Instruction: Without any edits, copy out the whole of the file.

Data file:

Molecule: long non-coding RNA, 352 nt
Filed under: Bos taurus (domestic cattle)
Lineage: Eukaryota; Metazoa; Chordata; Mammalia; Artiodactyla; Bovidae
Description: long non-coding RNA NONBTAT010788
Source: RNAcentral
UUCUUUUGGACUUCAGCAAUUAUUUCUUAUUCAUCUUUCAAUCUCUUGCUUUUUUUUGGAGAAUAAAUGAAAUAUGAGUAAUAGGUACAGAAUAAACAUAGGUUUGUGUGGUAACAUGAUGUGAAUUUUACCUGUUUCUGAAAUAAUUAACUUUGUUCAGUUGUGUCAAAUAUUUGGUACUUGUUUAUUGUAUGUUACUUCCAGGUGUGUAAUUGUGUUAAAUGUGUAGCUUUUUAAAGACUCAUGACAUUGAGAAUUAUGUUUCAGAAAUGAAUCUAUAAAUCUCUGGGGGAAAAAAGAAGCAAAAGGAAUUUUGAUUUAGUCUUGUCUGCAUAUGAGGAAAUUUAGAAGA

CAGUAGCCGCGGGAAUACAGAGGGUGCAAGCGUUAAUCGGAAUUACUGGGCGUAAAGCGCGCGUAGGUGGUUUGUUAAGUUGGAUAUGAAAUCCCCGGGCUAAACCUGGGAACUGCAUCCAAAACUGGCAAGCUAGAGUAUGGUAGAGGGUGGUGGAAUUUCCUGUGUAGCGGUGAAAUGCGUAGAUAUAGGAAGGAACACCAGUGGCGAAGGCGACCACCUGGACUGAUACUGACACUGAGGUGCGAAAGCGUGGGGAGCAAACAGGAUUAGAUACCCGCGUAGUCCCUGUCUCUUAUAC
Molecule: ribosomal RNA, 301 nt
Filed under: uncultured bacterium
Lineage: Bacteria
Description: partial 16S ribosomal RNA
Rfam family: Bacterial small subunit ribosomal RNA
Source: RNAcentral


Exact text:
Molecule: long non-coding RNA, 352 nt
Filed under: Bos taurus (domestic cattle)
Lineage: Eukaryota; Metazoa; Chordata; Mammalia; Artiodactyla; Bovidae
Description: long non-coding RNA NONBTAT010788
Source: RNAcentral
UUCUUUUGGACUUCAGCAAUUAUUUCUUAUUCAUCUUUCAAUCUCUUGCUUUUUUUUGGAGAAUAAAUGAAAUAUGAGUAAUAGGUACAGAAUAAACAUAGGUUUGUGUGGUAACAUGAUGUGAAUUUUACCUGUUUCUGAAAUAAUUAACUUUGUUCAGUUGUGUCAAAUAUUUGGUACUUGUUUAUUGUAUGUUACUUCCAGGUGUGUAAUUGUGUUAAAUGUGUAGCUUUUUAAAGACUCAUGACAUUGAGAAUUAUGUUUCAGAAAUGAAUCUAUAAAUCUCUGGGGGAAAAAAGAAGCAAAAGGAAUUUUGAUUUAGUCUUGUCUGCAUAUGAGGAAAUUUAGAAGA

CAGUAGCCGCGGGAAUACAGAGGGUGCAAGCGUUAAUCGGAAUUACUGGGCGUAAAGCGCGCGUAGGUGGUUUGUUAAGUUGGAUAUGAAAUCCCCGGGCUAAACCUGGGAACUGCAUCCAAAACUGGCAAGCUAGAGUAUGGUAGAGGGUGGUGGAAUUUCCUGUGUAGCGGUGAAAUGCGUAGAUAUAGGAAGGAACACCAGUGGCGAAGGCGACCACCUGGACUGAUACUGACACUGAGGUGCGAAAGCGUGGGGAGCAAACAGGAUUAGAUACCCGCGUAGUCCCUGUCUCUUAUAC
Molecule: ribosomal RNA, 301 nt
Filed under: uncultured bacterium
Lineage: Bacteria
Description: partial 16S ribosomal RNA
Rfam family: Bacterial small subunit ribosomal RNA
Source: RNAcentral